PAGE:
NJ lawmaker wants to give police access to prescription database



A New Jersey lawmaker wants to give law enforcement officers access to the state’s prescription drug monitoring database without a court order, in order to fight New Jersey’s opioid addiction epidemic.

State Sen. Robert Singer introduced the idea after a New Jersey doctor was arrested for allegedly writing false prescriptions and sending them to others who used them to get drugs to sell.

Dr. Craig Gialanella and others were arrested as part of the New Jersey attorney general’s investigation dubbed “Oxy Highway.” Law enforcement used the state’s drug database to take down this suspected drug ring.

“Keep in mind, we are at work now,” Singer says. “We’re seeing hundreds, in many cases young people, die in the state.”

Singer says that he wants law enforcement to be able to look at the database whenever they want, without a time consuming court order, so that they can bust more so-called “pill mills.”

“They should have access to the same information that doctors and pharmacists have. They’re not going to abuse it. It’s an ongoing investigation dealing with opiate abuse,” Singer says.

But many people, including Gov. Chris Christie, are opposed to the plan. Christie says that prosecutors should go through the courts.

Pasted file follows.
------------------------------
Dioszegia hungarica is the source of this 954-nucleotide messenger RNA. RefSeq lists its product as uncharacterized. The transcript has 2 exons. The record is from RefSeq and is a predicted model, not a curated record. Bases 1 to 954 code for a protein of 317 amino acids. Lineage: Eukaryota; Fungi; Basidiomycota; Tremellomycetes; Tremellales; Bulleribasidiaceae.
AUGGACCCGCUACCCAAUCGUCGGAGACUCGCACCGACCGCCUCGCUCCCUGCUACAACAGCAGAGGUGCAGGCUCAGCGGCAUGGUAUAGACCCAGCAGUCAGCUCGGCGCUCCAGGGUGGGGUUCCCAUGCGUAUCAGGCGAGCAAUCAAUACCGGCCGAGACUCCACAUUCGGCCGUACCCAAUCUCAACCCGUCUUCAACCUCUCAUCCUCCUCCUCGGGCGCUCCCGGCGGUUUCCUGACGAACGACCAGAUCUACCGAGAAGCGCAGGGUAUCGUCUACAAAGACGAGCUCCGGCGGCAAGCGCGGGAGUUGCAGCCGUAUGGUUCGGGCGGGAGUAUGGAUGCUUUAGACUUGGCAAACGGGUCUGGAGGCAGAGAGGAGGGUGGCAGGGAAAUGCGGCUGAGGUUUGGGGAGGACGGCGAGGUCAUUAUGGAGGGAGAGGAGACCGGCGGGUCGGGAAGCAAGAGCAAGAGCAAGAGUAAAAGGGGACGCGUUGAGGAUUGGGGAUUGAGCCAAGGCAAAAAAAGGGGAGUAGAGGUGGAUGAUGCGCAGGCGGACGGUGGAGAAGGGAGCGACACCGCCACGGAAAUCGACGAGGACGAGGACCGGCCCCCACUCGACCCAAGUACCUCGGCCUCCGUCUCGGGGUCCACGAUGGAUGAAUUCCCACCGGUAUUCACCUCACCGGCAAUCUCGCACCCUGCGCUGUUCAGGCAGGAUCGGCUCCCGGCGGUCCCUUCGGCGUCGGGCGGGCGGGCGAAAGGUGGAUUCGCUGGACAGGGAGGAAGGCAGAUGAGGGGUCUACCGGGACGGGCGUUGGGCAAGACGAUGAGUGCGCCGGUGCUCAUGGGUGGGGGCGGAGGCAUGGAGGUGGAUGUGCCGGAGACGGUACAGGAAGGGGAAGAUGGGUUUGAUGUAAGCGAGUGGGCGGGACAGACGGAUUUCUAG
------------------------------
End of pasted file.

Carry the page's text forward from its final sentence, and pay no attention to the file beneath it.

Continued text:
Roseanne Scotti, of the Drug Policy Alliance, agrees with the governor.

“This violates people’s rights and it should not be allowed,” she says. “You’re basically allowing law enforcement to go on what are called ‘fishing expeditions,’ to look at people's private medical records in hopes of seeing something that looks like abuse.”

Pharmacies report information on prescriptions for controlled dangerous substances and human growth hormone. No other medications are put in the database.

Police could use the database to target physicians who illegally prescribe. But drug privacy advocates worry it could stigmatize patients who use the drugs legally.

“These are decisions that are between a doctor and a patient and their pharmacist,” Scotti says.

“We have to fight crime with every tool available,” Singer says.

New Jersey is one of 30 states that do not allow its database to be subject to Open Public Records laws, according to the National Alliance for Model State Drug Laws. All inquiries by law enforcement require a court order or subpoena.